and by using the politician's best tool fear.
Unfortunately, some wars are won by the side that is the most
fanatical in the religious sense. The victorious leaders harness the
holy energy of collective insanity.
[From the Machine Crusade by Brian Herbert and Kevin J. Anderson]
"The whole aim of practical politics is to keep the
populace alarmed (and hence clamorous to be led to safety)
by menacing it with an endless series of hobgoblins, all of them imaginary."
~ H. L. Mencken, "Women as Outlaws"
But will it work this time? Fred Barnes reports they intend to give it a try.
POLITICS IS PRETTY SIMPLE. If the debate in an upcoming election puts your party at a disadvantage, it makes sense to try to change the debate. At the moment, the 2006 midterm election is framed as a referendum on the Bush administration and congressional Republicans, putting Republican candidates on the defensive. Party strategists, led by chairman Ken Mehlman, want to rejigger the debate so it's about a choice between candidates, putting Democratic candidates on the defensive as well. In short, they want it to be a choice election, not a referendum election.There are a couple of problems on this front for the Republicans this time. We are reaching a point where a majority of Americans are ready to get out of Iraq and a majority are recognizing that the Bush tax cuts didn't help anybody but the richest Americans.Now for the second part of the strategy, fire up the American Taliban once again. Barnes reports:
This is not a new idea. Republicans brought about a choice election in 2004. Democrats believed they were a cinch to win a referendum on President Bush's first term, and Republicans worried they were right. But Republicans were able to make Democrat John Kerry at least as much of an issue as Bush was, especially on national security.
For 2006, the Republican National Committee, the White House, and most Senate and House Republicans are on board with the choice strategy. In fact, some members of Congress are already repeating a phrase first used by Bush in meetings with congressional allies. It's an assertion that Democrats would "raise your taxes and raise the white flag" in Iraq.
There's another part of the 2006 Republican strategy. This spring and summer, Republican leaders in the Senate and House plan to bring up a series of issues that are popular with the Republican base of voters. The aim is to stir conservative voters and spur turnoutThis too has some problems the first is that the radical Christians have heard the words from the Republicans for years and not seen any tangible results. Will the give up on the Republicans and just stay home? The second is it will inspire those opposed to a theocracy to go out and vote?
in the November election. Just last week, House Majority Leader John Boehner and Whip Roy Blunt met with leaders of conservative groups to talk about these issues.
House Republicans, for their part, intend to seek votes on measures such as the Bush-backed constitutional amendment banning gay marriage, a bill allowing more public expression of religion, another requiring parental consent for women under 18 to get an abortion, legislation to bar all federal courts except the Supreme Court from ruling on the constitutionality of the Pledge of Allegiance, a bill to outlaw human cloning, and another that would require doctors to consider fetal pain before performing an abortion.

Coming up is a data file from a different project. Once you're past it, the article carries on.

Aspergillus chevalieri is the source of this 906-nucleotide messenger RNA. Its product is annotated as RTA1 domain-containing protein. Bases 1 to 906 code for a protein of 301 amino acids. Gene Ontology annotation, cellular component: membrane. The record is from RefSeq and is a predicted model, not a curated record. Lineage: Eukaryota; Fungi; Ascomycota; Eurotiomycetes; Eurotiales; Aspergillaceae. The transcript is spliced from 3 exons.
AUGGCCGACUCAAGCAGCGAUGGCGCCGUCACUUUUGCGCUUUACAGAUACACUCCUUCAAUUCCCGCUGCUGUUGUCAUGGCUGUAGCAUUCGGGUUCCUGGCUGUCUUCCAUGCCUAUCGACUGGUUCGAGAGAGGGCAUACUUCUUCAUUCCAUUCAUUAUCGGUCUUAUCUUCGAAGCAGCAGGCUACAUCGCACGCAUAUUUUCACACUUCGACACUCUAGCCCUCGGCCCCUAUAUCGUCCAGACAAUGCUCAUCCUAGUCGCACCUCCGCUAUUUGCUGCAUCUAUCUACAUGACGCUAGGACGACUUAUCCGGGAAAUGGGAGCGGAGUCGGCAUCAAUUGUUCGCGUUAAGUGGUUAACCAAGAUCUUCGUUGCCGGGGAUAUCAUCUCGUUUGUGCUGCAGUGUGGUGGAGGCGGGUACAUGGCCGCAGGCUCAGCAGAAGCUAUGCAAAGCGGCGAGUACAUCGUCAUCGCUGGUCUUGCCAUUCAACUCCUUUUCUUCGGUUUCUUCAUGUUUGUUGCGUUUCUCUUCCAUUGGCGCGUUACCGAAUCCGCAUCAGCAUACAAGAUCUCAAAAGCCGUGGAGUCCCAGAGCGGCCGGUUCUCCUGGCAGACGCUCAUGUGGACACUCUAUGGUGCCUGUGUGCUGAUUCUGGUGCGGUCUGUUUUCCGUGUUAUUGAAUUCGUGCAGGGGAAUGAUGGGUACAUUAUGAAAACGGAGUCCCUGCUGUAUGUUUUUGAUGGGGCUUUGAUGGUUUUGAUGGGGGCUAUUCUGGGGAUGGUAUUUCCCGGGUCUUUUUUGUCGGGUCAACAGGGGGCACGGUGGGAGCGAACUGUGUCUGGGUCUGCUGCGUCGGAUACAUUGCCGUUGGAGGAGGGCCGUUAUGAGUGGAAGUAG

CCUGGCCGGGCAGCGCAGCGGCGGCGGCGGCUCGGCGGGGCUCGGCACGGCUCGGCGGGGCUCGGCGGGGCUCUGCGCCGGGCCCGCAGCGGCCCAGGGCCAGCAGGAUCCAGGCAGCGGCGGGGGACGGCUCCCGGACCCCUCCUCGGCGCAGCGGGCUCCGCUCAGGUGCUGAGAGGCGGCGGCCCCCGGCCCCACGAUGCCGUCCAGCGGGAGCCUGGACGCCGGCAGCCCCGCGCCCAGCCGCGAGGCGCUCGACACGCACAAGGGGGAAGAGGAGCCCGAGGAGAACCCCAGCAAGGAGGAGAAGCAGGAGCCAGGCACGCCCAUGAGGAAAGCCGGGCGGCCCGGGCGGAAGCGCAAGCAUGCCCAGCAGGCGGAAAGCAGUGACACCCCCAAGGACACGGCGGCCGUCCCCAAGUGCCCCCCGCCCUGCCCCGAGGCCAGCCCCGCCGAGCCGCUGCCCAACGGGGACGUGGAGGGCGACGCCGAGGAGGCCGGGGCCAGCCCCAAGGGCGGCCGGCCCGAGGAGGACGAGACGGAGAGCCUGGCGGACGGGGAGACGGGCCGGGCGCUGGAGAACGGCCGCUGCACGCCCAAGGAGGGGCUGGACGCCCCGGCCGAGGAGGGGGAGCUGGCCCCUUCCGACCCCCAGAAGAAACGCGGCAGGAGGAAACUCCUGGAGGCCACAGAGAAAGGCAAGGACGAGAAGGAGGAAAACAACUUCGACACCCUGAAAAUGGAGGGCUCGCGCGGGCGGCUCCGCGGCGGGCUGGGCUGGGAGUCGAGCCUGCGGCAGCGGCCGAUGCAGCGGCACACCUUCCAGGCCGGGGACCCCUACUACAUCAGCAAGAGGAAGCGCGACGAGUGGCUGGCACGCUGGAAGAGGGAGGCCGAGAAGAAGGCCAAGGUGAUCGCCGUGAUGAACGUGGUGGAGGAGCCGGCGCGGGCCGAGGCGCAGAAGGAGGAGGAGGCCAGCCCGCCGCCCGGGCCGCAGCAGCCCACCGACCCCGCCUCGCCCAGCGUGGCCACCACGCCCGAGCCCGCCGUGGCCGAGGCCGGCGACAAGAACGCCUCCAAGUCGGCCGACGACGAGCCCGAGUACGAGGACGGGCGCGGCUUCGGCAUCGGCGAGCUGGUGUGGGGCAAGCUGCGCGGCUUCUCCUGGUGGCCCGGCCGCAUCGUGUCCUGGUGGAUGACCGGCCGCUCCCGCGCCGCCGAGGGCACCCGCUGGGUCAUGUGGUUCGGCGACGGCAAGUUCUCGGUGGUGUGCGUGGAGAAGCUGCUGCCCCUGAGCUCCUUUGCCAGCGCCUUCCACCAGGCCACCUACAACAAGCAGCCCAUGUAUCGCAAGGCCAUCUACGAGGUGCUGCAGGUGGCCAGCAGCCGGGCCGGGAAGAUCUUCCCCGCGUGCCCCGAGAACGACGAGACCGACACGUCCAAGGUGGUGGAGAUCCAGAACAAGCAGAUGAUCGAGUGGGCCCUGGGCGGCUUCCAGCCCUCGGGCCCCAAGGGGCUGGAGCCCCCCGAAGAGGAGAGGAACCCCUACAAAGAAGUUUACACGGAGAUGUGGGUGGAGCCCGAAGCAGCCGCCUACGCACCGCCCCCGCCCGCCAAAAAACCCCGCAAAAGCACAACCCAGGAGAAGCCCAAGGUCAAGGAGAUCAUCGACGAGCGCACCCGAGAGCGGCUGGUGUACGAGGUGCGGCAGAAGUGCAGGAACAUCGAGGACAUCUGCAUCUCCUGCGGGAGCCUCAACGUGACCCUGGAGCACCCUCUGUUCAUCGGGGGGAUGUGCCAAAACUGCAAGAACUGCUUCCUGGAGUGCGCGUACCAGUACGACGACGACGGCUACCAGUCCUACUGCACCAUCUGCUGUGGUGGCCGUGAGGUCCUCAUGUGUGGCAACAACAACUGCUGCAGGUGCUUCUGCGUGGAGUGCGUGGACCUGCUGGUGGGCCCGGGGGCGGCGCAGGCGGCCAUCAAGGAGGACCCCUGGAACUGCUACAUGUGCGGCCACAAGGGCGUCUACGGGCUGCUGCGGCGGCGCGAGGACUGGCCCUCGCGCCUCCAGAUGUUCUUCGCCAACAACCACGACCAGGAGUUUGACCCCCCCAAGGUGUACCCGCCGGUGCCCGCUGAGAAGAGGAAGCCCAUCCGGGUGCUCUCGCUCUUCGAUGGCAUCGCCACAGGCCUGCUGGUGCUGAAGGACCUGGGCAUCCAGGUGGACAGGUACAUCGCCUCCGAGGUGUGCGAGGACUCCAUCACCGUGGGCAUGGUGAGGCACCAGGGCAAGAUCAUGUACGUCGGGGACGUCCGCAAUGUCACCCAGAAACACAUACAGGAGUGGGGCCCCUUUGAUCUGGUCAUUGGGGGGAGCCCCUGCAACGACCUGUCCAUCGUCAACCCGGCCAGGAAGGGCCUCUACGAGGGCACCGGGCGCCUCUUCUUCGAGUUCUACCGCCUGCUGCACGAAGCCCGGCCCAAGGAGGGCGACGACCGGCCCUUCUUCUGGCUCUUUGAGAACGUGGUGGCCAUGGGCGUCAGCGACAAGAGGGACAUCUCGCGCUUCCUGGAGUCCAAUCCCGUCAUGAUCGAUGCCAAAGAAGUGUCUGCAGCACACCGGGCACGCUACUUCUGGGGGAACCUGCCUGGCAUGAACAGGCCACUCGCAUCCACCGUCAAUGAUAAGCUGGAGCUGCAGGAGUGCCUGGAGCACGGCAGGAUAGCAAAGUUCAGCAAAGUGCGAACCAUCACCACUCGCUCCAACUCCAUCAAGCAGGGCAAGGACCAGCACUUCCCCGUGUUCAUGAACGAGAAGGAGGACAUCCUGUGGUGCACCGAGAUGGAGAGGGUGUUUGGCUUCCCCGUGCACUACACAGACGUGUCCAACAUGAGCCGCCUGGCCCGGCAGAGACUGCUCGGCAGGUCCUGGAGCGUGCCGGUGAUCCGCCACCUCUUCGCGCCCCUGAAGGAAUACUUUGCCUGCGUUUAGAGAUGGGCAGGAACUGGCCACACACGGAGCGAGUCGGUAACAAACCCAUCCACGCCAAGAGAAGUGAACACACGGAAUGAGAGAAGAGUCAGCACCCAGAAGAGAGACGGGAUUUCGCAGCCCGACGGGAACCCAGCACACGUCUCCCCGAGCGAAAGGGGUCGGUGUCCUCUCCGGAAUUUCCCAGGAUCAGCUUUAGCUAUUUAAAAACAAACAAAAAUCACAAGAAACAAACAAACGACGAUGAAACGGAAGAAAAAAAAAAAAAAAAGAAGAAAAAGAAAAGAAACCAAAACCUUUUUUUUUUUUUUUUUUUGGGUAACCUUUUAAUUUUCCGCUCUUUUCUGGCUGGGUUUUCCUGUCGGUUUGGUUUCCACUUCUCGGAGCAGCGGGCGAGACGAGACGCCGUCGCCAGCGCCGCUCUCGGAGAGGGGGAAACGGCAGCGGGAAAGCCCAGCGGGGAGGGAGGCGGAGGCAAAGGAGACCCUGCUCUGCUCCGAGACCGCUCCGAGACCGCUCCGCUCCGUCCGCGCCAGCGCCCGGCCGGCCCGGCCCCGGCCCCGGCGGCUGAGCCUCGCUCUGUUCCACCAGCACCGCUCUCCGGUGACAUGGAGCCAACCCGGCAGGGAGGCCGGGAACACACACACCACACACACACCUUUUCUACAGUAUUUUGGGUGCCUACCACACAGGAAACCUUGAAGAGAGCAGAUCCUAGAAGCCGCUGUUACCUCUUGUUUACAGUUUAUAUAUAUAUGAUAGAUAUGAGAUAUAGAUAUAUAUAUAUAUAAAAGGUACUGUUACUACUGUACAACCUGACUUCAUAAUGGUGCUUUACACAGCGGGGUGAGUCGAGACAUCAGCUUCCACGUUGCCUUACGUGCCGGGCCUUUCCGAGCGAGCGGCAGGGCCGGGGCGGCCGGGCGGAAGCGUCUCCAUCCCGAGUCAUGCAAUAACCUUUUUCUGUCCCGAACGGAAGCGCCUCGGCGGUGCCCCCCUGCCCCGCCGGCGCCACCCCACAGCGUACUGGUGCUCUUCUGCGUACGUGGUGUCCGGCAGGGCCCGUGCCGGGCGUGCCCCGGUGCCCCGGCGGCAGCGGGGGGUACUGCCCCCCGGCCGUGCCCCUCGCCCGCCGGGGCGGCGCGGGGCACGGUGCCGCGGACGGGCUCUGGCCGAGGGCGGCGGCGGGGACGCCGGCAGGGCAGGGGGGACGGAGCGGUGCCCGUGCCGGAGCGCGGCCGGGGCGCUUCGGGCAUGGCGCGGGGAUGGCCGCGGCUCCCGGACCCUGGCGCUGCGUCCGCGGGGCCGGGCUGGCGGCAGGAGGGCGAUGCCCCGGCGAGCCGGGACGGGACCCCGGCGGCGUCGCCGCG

You can run but you can't hide.
The Republicans have little choice. The Republicans are stuck with a President who is becoming less popular everyday and they have made careers out of blindly supporting him.
Two pollsters consulted by Mehlman on the choice strategy said it would be counterproductive for Republican candidates to concentrate on highlighting their differences with Bush or congressional Republicans.A weakened Bush is a weakened Republican Party.
So will it work? Joe Gandelman has some thoughts.
Will it work? It'll likely turn off a lot of independent voters and mean losing the few Democrats that polls show support the GOP. It could well energize the party's social conservative base. But it could backfire because such a strategy will ensure that voters who aren't part of the GOP base will make sure they cast their votes this time around. 2006 won't be the year when people who are upset over the Bush administration will stay home (or agree with Ralph Nader).
In the end, though, Barnes has it right: it will depend on whether Republican voters want to perpetuate this kind of politics where winning means having to literally and openly changing the subject so demonization of opponents trumps explaining your record, offering concrete policy solutions or detailing how things will be done differently by you in the future.
But maybe in the end the GOP elite will find that there are some Republicans who want to end the dominance in their own party of people who think this way and seem fixated on creating a Disunited States of America to perpetuate themselves in power. Because, in the end, independent-thinking Republican voters are the only ones who can clean their own house.